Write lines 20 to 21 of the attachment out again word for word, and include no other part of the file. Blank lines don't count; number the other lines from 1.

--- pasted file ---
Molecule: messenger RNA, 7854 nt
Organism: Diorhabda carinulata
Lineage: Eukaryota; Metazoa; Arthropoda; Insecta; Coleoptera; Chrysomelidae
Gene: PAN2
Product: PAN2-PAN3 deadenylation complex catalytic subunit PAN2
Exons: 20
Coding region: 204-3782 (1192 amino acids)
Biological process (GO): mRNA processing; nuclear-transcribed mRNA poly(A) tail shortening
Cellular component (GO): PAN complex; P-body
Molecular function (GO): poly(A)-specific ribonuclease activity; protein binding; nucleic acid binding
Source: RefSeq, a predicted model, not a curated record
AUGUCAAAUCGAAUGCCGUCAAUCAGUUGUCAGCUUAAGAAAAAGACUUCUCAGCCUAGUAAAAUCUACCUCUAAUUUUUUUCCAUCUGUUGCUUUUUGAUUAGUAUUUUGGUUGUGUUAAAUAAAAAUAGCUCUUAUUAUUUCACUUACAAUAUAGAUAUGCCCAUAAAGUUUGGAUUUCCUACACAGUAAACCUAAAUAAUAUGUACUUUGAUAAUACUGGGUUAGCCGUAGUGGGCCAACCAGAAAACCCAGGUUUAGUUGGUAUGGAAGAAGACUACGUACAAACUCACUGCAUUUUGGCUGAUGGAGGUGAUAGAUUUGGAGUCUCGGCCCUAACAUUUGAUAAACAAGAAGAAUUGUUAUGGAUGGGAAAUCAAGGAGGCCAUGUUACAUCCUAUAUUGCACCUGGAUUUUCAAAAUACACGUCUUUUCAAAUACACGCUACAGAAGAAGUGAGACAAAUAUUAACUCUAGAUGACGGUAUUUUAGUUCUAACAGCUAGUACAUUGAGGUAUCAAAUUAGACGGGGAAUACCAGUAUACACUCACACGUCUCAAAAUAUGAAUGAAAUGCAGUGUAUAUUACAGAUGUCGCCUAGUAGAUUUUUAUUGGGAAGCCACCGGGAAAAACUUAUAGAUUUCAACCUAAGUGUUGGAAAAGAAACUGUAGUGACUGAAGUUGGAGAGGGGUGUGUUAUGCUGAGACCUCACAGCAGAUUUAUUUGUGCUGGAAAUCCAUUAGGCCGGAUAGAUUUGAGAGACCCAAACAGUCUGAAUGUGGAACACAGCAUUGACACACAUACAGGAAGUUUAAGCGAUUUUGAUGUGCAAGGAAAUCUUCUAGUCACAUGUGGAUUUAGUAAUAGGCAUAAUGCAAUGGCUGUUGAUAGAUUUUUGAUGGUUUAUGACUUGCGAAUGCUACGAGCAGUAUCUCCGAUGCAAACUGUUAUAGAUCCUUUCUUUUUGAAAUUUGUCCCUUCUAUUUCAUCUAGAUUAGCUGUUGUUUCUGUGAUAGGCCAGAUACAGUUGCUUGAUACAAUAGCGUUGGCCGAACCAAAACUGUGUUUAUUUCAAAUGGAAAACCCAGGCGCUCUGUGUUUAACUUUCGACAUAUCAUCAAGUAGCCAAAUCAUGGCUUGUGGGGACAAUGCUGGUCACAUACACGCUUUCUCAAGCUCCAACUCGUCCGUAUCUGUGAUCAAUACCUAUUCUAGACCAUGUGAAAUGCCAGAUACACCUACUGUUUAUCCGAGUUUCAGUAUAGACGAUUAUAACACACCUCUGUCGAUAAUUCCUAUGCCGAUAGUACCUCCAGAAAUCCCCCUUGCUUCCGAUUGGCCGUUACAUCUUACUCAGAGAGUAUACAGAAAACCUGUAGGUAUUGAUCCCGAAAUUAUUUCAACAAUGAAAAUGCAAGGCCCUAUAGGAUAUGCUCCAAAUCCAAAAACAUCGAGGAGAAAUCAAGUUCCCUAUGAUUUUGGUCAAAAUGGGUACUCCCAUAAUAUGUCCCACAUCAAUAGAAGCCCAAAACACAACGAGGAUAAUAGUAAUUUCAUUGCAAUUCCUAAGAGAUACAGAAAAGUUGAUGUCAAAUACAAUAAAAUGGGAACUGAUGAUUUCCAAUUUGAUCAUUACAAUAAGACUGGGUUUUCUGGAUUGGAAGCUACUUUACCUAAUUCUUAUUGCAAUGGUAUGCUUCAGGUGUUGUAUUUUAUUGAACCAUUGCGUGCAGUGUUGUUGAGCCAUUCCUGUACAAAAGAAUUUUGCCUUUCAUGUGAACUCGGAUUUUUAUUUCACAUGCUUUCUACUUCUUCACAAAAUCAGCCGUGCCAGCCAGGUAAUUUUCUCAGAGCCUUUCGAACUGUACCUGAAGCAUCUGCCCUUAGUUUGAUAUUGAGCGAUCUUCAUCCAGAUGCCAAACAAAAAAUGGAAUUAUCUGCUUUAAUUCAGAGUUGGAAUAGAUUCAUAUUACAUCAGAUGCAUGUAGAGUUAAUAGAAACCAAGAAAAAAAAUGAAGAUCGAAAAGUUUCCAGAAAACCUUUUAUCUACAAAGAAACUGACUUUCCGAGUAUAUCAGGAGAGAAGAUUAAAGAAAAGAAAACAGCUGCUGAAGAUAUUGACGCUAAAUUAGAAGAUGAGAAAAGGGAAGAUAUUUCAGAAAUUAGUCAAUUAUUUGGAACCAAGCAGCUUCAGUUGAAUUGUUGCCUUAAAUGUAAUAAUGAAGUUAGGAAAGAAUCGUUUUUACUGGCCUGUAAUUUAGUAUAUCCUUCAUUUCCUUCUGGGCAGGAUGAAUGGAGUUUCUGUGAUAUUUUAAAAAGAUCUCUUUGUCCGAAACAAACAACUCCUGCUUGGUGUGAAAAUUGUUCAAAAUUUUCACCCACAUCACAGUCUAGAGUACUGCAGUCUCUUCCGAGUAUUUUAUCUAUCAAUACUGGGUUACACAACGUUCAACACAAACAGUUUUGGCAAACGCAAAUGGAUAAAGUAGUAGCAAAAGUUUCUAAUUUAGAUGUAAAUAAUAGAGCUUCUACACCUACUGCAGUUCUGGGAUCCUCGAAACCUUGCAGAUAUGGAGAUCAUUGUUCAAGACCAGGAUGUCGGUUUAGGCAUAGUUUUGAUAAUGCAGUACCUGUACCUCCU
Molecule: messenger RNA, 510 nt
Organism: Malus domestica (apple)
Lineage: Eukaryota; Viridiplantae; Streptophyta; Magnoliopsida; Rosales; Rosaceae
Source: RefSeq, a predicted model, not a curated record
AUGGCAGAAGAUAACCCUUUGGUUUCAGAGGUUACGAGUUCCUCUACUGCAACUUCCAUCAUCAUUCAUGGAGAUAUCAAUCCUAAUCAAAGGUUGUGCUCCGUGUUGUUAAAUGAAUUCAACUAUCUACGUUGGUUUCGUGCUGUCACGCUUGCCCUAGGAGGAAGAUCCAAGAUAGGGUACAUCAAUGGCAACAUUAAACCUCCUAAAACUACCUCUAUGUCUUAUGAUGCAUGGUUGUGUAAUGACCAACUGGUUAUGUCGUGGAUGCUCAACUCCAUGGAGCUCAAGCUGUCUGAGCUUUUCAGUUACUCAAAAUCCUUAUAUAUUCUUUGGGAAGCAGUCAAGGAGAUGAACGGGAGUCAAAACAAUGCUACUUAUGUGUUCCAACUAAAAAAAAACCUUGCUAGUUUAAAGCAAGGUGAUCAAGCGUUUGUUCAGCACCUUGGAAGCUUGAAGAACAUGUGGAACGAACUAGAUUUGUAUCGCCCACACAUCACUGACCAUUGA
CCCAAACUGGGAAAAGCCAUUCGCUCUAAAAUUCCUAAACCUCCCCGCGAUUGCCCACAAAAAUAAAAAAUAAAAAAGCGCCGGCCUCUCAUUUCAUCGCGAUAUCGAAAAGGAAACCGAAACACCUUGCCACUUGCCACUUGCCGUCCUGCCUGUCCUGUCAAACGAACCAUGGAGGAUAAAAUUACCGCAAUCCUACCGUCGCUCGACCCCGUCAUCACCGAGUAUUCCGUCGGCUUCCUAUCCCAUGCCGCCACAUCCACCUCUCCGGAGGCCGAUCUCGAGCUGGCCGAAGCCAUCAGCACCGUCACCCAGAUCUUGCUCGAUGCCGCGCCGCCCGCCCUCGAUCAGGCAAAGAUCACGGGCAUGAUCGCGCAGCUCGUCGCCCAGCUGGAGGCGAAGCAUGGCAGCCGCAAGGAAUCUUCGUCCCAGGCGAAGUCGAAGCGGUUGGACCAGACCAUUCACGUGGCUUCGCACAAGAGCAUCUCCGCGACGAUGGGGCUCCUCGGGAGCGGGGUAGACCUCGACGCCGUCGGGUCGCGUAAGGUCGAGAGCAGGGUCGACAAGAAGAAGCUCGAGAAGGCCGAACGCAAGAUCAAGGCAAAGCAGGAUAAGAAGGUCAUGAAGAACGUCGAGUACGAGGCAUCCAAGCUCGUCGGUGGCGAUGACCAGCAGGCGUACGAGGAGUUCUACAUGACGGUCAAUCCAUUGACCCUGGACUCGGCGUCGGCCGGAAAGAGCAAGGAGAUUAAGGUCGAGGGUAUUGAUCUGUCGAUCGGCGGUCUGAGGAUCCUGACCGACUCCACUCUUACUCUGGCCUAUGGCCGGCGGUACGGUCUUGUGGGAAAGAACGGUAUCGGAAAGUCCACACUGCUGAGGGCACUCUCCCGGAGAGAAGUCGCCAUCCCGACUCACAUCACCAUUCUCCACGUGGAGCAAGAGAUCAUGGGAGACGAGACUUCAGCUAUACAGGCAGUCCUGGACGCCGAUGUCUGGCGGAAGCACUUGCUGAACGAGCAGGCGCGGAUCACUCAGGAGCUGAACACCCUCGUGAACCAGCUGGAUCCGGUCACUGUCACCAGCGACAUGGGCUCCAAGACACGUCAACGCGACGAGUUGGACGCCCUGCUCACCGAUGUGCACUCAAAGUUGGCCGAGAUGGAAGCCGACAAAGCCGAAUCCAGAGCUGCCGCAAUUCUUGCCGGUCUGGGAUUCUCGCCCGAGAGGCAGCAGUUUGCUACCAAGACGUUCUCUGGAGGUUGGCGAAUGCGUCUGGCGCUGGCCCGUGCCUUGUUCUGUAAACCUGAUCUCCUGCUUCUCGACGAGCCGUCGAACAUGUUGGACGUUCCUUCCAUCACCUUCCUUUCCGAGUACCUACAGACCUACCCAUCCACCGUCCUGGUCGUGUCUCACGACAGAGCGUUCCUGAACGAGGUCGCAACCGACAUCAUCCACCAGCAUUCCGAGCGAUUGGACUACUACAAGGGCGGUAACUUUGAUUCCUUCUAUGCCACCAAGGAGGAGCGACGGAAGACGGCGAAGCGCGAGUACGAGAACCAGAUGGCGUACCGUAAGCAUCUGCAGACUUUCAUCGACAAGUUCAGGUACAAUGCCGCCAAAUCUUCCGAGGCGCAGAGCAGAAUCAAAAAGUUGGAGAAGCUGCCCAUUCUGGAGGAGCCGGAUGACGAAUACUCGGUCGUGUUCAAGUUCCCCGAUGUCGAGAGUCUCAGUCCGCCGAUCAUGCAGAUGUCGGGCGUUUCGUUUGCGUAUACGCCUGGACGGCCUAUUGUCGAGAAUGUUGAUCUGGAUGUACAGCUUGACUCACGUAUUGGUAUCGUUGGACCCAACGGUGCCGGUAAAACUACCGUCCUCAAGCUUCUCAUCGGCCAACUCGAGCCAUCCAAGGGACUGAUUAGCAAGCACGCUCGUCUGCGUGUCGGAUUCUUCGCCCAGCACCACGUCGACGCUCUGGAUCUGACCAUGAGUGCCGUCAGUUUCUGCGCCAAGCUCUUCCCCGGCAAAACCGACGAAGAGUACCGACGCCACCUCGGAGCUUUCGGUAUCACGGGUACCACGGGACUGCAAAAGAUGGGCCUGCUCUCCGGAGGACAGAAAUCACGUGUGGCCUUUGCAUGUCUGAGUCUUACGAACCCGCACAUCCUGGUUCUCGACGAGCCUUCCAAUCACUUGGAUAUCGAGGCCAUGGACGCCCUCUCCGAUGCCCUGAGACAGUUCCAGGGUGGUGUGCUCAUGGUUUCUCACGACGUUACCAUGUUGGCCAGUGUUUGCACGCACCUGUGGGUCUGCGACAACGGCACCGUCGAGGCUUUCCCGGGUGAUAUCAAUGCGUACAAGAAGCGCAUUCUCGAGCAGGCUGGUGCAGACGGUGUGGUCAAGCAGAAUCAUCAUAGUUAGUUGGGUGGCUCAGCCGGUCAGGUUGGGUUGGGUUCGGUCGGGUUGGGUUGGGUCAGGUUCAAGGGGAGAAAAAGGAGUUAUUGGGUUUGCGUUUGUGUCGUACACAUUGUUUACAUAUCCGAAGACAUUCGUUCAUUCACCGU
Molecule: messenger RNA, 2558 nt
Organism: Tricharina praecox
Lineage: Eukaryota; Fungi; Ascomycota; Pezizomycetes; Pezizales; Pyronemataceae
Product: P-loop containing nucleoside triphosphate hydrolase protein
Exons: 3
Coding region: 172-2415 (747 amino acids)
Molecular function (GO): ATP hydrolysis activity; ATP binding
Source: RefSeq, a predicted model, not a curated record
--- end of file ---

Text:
Organism: Tricharina praecox
Lineage: Eukaryota; Fungi; Ascomycota; Pezizomycetes; Pezizales; Pyronemataceae